Brain Health for Life, Redeeming Fat

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                                                The Cholesterol/Heart Disease Myth

Just as fat has gotten a bad rap, so has cholesterol. For years it was believed that saturated fat, those fats found in butter, animal fat and dairy products elevated blood cholesterol levels. The elevated cholesterol levels then led to arteriosclerosis, which increased the risk of heart attacks. In spite of millions of dollars spend on research to verify this hypothesis, the connection has never been thoroughly proven. Nor has the reduction in saturated fat consumption proven to extend a healthy individual’s life span.
The authors of the Framingham study, Herber and others, after 40 years of studying 6000 people, found that the more saturated fat one ate, the more cholesterol one ate, the more calories one ate, the lower one’s serum cholesterol. The Framingham Study began in 1948 with 5,209 participants. It has been followed by the Offspring Study (with spouses), and the Third Generation Study.
Other research suggests the following: People with higher blood cholesterol have been found to be capable of faster mental processing than those with low cholesterol, and that those whose levels of blood cholesterol are unusually low, or have been artificially reduced seem to be more prone to suicide and aggressive behavior. Additional studies indicate:
•     Half the people who have heart attacks and strokes do not have high blood
cholesterol.
•     People whose blood cholesterol is low develop just as many plaques in their
blood vessels as people whose cholesterol is high.
•     Older women with high cholesterol live longer than older women with low
cholesterol.
•    Cholesterol levels do not predict the risk of a heart attack in men over age
sixty-five.

In the 34-year follow-up of the Framingham studies, high cholesterol was not predictive of heart disease after the age of 47. In fact, the studies showed that those over 50 whose cholesterol went down had the highest risk of having a heart attack. However, high total cholesterol has been shown to be a risk factor for coronary heart disease in young and middle-aged men. One explanation is that men of this age are in the midst of advancing their professional careers and are therefore more acutely stressed than other age groups. Mental stress is a well-known cause of cardiovascular disease.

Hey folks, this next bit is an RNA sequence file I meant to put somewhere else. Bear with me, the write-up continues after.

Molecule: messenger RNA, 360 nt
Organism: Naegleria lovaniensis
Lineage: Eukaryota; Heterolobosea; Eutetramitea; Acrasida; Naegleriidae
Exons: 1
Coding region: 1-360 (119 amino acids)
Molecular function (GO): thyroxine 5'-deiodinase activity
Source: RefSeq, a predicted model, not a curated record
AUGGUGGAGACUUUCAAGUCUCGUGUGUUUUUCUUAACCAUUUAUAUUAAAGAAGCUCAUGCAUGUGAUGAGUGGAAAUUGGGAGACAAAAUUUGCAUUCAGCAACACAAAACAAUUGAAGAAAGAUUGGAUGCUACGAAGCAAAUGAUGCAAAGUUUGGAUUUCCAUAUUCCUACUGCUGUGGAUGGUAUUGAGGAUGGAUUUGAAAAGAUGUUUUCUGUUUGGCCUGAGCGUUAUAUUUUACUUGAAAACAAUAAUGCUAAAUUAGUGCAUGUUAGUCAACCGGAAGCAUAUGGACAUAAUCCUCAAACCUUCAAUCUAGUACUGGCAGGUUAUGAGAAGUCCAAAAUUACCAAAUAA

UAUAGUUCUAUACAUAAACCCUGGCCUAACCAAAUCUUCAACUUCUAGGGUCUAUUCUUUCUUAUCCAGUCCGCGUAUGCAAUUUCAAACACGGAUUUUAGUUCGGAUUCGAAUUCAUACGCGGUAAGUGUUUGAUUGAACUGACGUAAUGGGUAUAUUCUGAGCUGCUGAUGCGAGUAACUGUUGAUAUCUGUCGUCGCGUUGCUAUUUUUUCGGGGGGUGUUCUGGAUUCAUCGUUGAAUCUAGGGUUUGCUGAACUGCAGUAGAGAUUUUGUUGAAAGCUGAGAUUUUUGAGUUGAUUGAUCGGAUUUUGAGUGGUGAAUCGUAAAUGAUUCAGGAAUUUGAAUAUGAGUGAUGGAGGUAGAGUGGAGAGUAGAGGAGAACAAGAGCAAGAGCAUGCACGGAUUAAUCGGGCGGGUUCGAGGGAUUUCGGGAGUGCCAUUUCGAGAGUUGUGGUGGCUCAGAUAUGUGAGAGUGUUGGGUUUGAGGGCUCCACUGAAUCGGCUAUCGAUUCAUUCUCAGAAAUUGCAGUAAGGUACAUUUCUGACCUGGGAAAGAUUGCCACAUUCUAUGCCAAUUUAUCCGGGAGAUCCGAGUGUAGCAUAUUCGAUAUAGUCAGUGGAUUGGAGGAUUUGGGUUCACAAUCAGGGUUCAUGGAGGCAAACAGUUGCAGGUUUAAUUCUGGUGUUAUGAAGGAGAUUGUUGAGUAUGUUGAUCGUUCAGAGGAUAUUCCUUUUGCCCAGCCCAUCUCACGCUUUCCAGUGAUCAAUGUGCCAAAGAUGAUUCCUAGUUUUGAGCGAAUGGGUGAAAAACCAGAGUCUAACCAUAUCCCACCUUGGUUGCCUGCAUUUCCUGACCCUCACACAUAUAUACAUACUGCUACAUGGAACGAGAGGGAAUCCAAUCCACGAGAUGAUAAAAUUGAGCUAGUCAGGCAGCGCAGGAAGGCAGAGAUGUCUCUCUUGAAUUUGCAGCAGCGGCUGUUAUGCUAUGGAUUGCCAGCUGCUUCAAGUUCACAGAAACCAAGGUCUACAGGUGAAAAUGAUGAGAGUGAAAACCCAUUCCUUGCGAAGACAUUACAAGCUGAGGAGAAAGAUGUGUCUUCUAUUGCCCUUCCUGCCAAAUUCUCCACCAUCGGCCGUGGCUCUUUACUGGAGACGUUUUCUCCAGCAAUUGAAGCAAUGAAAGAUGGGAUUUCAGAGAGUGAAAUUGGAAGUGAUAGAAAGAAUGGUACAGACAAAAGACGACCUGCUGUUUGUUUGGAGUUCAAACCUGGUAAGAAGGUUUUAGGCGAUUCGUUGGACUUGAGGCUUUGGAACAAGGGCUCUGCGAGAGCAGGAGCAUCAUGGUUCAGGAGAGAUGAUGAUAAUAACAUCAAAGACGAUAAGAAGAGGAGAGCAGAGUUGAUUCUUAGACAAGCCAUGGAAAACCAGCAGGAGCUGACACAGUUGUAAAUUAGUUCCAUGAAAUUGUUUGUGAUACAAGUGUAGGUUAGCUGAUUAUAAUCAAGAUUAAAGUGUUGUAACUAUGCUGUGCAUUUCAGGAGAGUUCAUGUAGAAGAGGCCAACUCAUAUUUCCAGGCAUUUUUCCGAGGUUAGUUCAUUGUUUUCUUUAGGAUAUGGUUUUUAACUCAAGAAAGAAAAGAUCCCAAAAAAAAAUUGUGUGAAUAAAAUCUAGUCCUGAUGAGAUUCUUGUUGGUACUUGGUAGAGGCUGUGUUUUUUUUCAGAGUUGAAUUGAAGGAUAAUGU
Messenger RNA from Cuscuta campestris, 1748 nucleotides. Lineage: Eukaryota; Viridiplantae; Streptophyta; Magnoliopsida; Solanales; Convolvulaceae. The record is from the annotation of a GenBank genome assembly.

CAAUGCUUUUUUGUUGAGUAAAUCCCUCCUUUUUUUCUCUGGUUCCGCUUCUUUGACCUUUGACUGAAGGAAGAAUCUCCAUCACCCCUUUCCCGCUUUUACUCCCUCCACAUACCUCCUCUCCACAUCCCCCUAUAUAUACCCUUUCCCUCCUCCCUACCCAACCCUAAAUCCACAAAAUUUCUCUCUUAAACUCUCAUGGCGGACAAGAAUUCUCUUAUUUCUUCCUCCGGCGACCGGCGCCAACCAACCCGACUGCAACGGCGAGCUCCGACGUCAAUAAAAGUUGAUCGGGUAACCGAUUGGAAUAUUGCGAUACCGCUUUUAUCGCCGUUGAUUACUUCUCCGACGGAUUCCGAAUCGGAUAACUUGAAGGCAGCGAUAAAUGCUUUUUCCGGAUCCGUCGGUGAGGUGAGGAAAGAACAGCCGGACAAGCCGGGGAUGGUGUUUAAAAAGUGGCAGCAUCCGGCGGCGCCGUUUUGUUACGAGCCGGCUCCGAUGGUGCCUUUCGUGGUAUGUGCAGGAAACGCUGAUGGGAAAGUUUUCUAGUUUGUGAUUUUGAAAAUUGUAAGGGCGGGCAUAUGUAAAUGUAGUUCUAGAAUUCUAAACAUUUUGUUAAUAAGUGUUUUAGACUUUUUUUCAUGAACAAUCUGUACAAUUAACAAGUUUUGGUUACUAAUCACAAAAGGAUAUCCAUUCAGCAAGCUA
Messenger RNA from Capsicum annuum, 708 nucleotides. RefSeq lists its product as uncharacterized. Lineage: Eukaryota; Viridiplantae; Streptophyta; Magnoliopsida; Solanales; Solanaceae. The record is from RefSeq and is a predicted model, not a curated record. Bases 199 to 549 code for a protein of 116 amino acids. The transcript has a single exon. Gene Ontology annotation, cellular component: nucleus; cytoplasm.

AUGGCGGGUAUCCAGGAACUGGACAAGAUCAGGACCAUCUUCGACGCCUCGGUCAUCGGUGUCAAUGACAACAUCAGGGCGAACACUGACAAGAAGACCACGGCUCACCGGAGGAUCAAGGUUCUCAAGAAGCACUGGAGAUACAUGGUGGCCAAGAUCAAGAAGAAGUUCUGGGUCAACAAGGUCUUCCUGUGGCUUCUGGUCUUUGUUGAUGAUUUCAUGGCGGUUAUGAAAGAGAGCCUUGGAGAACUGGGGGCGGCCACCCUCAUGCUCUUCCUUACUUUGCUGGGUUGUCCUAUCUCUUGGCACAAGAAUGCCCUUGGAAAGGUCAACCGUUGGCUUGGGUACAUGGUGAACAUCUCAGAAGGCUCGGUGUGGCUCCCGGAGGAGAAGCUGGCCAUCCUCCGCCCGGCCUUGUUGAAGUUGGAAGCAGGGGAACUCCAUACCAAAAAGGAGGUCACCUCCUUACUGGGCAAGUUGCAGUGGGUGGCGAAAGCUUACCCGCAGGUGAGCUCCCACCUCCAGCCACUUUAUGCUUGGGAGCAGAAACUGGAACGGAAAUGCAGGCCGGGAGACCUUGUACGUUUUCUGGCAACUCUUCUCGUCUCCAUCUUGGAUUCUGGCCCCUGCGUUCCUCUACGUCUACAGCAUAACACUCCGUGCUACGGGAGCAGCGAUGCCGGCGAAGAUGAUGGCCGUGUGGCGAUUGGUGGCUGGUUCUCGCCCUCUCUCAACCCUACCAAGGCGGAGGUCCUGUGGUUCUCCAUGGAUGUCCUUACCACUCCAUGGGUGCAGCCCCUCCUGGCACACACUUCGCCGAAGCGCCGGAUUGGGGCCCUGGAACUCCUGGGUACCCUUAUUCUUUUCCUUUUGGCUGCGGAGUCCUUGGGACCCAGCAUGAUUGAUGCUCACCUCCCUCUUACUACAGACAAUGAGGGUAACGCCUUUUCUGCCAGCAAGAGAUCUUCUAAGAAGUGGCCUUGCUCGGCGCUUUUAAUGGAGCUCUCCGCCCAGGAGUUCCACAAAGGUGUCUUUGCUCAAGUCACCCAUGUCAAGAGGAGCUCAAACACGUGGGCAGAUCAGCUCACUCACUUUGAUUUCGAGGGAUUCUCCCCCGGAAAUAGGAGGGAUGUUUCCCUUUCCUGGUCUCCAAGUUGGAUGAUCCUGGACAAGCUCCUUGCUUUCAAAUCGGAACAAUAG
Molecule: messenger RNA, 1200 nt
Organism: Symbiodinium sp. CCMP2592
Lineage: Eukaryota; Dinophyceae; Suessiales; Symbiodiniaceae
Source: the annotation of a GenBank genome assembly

LDL and HDL, the magic numbers     Cholesterol is made up of fats and oils called lipids that cannot dissolve in the bloodstream. Carriers in the blood called lipoproteins transport the lipids throughout the body. Two of the lipoproteins are LDL, low-density lipoproteins, (small, dense particle of cholesterol), and HDL, high-density lipoproteins, (larger particles of cholesterol). Higher numbers of LDL is associated with increased risk of coronary heart disease. When there is inflammation or injury, because of their size, the LDL particles lodge themselves more easily than larger HDL particles into arterial walls causing plaque buildup and cell wall damage. Oxidation of the LDL molecules in the blood vessel walls is thought to cause hardening of the arteries. HDL is associated with a decreased risk of coronary hearty disease because they are less likely to lodge themselves into arterial walls.
In a Swedish study that followed 175,000 patients with heart disease, researchers found that they were 3 times more likely to have larger numbers of LDL than HDL. Low-fat, high carbohydrate diets have consistently been shown to create the smaller, denser more dangerous particles (LDL). Low-carbohydrate, higher-fat diets – especially saturated fats – create larger cholesterol particles (HDL) and are less likely to contribute to heart disease. Although lowering LDL appears to be a factor in decreasing the risk of heart disease, recent research indicates that raising the HDL does not reduce the risk of heart disease.
The issue of cholesterol is very complex and more information about HDL and LDL is appearing in the literature. Dr. Mark Houston, author of What Your Doctor May Not Tell You About Heart Disease states “Cholesterol is not inherently bad, and an elevated level is not a sure sign of coronary heart disease-any more that low levels are a promise of good health” (page 62). He explains that HDL cholesterol comes in at least five different forms, and they change shape and size depending on the role they are called upon to play. Some forms are more protective than others. The kind and amount of HDL you have is more important and predictive than your overall number. The same is true of LDL cholesterol.  There are three different forms of LDL. Each is more or less dense depending on their composition. It is the smallest that is the most dangerous because it can slip through the walls of the endothelium and burrow into the arterial walls, beginning the inflammatory cascade that can lead to a stroke or heart attack.